News Release

Launch of the first online Global Freshwater Biodiversity Atlas

29 January 2014
Global Freshwater Biodiversity Atlas. Photo: BioFresh

A new online Atlas of freshwater biodiversity presenting spatial information and species distribution patterns will be launched today at the landmark Water Lives symposium, bringing together European Union policy makers and freshwater scientists. Freshwaters are incredibly diverse habitats; they cover less than 1% of the Earth’s surface yet are home to 35% of all vertebrate species. Sadly, freshwater life is declining at an alarming rate, faster than any other component of global biodiversity.


Capybara (Hydrochoerus hydrochaeris) Photo: Susan LooseA challenge for policy is how to integrate protection of freshwater life and the ecosystem services it provides, with real and pressing demands on freshwater resources from the energy, food and sanitation sectors. This new Atlas is a response from freshwater scientists to this policy challenge. It provides policy-makers, water managers and scientists with an online, open-access and interactive gateway to key geographical information and spatial data Regua, Brazil Photo: Susan Looseon freshwater biodiversity across different scales. The Atlas is a resource for better, evidenced-based decision making in the area of water policy, science and management.

The online Atlas adopts a book-like structure allowing easy browsing through its four thematic chapters; I) Patterns of freshwater biodiversity, 2) Freshwater Red Line Torpedo Barb (Puntius denisonii) Photo: A. Gopalakrishnanresources and ecosystems, 3) Pressures on freshwater systems and 4) Conservation and management. All of the maps are accompanied by a short article with further contextual background information. The interactive map interface allows easy switching between maps, navigation and zooming and the display of information attached to each map feature. Also, unlike a conventional printed atlas, this Disparoneura apicalis, a Vulnerable species of dragonfly from the Western Ghats Photo: Francy Kakkasseryonline Atlas can be constantly expanded and updated as new maps and data become available.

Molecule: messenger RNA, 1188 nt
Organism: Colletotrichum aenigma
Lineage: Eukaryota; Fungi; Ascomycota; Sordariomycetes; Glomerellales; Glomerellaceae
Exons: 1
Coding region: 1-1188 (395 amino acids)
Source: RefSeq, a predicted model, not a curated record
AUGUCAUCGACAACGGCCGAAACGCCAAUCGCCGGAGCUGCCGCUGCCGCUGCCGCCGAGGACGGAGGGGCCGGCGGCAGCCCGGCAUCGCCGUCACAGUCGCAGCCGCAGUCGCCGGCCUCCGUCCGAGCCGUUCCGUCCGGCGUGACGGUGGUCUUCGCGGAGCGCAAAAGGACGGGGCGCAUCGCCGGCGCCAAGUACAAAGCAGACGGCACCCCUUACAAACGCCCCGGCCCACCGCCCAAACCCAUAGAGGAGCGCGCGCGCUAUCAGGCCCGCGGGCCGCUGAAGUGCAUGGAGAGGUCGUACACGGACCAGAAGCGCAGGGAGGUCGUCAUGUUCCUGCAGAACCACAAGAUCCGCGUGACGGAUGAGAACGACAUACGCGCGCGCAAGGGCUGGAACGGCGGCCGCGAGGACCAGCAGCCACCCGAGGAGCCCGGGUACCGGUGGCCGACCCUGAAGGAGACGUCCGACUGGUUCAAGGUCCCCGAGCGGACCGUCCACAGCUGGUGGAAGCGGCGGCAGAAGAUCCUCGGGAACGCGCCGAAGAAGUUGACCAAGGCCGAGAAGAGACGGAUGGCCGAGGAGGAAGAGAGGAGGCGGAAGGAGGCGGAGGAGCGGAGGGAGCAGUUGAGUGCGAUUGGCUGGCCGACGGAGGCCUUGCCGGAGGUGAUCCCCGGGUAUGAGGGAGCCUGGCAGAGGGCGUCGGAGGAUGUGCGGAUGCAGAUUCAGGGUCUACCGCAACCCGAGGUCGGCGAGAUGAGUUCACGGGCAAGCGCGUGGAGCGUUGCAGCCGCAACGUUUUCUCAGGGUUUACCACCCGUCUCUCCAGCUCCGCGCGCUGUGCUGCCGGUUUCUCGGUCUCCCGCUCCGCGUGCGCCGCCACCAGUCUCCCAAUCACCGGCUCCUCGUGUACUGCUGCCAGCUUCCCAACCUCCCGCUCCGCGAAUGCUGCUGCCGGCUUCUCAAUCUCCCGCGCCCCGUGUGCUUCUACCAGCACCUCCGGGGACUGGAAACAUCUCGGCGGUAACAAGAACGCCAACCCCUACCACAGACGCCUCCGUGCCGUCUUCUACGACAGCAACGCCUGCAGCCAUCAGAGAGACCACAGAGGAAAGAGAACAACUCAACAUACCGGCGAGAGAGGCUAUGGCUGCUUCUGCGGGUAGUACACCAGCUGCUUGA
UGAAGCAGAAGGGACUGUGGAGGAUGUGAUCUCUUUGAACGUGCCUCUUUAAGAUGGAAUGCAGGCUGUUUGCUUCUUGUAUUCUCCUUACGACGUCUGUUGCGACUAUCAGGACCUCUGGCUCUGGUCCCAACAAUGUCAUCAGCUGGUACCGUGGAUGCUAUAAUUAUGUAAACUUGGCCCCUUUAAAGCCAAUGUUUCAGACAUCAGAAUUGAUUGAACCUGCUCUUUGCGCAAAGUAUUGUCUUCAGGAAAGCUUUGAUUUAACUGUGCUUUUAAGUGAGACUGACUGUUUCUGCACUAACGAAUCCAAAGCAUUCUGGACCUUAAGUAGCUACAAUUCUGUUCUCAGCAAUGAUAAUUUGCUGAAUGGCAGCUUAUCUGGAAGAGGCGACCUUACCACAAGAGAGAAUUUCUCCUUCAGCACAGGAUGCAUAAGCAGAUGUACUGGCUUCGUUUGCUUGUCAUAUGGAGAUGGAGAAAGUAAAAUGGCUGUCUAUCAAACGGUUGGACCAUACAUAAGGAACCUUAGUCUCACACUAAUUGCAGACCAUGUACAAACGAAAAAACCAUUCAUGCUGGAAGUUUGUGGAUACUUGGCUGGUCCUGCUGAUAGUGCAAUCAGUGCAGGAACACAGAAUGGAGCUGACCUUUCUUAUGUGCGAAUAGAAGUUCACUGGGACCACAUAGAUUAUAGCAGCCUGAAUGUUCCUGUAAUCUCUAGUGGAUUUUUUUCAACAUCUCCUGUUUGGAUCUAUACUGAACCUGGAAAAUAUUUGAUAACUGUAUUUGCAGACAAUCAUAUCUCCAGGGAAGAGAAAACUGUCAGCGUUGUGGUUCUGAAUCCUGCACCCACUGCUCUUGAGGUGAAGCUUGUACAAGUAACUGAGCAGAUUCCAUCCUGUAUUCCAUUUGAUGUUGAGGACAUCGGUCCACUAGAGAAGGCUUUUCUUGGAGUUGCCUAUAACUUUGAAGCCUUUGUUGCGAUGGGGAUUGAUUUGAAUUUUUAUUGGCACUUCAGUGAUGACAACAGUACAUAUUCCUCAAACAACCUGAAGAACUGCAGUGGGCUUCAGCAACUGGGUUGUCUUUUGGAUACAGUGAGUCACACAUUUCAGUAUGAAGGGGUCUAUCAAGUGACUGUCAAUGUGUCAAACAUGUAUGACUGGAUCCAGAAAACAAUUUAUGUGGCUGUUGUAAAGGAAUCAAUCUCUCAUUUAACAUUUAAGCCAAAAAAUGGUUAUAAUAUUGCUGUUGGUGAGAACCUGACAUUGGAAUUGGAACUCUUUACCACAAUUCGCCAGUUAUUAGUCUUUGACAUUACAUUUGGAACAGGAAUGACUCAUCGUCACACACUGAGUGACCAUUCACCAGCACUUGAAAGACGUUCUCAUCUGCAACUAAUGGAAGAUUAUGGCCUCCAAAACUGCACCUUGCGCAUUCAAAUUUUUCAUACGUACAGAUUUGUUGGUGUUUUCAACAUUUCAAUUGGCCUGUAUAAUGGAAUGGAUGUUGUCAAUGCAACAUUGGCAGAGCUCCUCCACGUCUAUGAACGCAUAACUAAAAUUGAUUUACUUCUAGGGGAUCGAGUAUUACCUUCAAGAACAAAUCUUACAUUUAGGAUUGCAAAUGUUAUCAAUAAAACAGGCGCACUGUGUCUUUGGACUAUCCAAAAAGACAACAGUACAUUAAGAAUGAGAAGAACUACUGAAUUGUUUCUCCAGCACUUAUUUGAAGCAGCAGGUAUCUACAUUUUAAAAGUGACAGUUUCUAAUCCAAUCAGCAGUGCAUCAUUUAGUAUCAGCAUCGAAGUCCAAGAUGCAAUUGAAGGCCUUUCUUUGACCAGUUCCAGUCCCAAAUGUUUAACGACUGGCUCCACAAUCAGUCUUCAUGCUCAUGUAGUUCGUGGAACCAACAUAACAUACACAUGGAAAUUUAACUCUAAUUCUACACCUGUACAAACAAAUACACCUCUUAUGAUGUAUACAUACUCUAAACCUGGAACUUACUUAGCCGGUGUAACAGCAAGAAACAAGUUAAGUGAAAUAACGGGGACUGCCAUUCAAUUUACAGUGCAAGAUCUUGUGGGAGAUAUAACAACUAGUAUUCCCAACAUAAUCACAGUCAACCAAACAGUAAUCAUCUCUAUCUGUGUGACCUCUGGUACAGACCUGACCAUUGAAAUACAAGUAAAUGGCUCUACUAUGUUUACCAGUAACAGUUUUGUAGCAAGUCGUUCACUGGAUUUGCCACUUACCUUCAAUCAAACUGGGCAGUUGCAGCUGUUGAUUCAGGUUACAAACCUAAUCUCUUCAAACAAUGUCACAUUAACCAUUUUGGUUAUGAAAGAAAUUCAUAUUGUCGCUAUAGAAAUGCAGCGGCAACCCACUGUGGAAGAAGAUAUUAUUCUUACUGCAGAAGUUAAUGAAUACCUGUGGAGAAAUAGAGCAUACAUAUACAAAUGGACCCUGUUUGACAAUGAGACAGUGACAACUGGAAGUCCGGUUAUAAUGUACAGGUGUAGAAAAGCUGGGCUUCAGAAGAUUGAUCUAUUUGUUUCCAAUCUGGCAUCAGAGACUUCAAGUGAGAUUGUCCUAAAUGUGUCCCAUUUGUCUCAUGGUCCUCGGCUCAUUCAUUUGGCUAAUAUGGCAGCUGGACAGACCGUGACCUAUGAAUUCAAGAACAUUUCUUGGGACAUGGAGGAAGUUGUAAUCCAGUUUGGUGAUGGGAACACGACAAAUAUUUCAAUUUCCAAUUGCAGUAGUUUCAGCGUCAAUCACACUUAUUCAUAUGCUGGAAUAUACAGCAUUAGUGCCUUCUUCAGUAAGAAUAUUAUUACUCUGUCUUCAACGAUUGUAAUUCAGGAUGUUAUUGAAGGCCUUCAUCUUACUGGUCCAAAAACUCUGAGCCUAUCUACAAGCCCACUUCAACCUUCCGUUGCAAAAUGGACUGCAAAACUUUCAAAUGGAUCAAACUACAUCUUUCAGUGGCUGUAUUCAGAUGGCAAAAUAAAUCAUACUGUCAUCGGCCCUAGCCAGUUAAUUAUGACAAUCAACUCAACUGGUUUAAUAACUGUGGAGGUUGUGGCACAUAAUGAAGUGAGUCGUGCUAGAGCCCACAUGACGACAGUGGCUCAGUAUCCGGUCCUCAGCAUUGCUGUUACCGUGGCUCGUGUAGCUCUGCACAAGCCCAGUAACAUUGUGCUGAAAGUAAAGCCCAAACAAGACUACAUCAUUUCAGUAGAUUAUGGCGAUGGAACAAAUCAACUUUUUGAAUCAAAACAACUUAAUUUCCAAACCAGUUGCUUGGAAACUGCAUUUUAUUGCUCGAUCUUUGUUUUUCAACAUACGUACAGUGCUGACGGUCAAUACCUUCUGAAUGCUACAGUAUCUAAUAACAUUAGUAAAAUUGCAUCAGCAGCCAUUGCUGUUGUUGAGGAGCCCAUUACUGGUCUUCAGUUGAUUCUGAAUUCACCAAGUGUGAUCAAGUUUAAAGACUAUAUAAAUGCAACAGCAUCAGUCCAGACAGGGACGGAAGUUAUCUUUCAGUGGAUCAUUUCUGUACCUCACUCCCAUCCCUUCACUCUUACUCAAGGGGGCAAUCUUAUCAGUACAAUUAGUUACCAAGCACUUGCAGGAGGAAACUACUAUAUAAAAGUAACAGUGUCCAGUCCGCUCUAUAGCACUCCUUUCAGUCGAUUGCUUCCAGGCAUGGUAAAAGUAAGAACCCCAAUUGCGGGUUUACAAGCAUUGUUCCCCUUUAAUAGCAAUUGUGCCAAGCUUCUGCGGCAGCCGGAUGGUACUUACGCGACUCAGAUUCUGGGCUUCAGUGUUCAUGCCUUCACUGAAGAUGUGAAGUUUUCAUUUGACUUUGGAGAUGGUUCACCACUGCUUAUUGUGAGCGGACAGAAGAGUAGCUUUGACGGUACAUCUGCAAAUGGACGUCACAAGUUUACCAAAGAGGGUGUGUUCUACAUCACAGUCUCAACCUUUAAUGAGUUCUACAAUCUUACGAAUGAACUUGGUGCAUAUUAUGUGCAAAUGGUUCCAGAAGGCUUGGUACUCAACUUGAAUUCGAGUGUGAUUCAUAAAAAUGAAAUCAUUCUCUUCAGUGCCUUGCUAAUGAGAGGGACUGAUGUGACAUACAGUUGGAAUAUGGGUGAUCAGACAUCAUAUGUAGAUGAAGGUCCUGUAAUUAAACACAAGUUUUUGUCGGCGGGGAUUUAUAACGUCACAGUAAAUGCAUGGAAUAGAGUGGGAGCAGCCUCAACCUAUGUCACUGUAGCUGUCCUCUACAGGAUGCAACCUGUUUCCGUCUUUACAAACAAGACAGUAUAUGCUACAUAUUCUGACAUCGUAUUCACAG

The IUCN Global Species Programme is a key partner in this project and has, through its Freshwater Biodiversity Unit, led on Work Package 7, where the focus is on Red Gum Forest, Murray River, Victoria, Australia Photo: Elizabeth Donoghue“Informing Policy for Conservation Planning”. Key outputs from IUCN’s work include: i) the first map of freshwater Key Biodiversity Areas for Europe; ii) a gap analysis to see how well the existing European Protected Areas network (Natura 2000 in particular) covers FW KBAs; iii) application of Systematic Conservation Planning tools to optimise the KBA network to meet specified targets relating to policy objectives, and iv) an analysis of predicted species range shifts under climate change scenarios and the implications for policy. IUCN has contributed many of the maps coming out of this analysis to the Atlas, in addition to other global scale maps of freshwater species diversity, and will add many more maps in the near future.

The Atlas is an output of BioFresh – an EU-funded project that is putting together the scattered pieces of information about life in our rivers and lakes, to better understand, manage and protect our freshwaters for generations to come. It is edited by a pan-European group of freshwater science and conservation experts from 12 research institutes, and is supported by key international organisations active in the field of freshwater biodiversity research and conservation, namely GEO Biodiversity Observation Network (GEO BON), the International Union for Conservation of Nature (IUCN), the Global Water System Project (GWSP), Conservation International (CI), Wetlands International, The Nature Conservancy (TNC) and the World Wildlife Fund (WWF).

“The Atlas will be of immense value to NGOs, policy-makers and conservation planners working to identify key areas of freshwater biodiversity, create freshwater protected area networks, minimise the harm caused by large-scale land use projects such as dams or to meet conservation targets such as the Aichi Biodiversity Targets” said Dr Will Darwall, Head of the IUCN Freshwater Biodiversity Unit.


For more information please contact:
Dr William Darwall, Head - IUCN Freshwater Biodiversity Unit:

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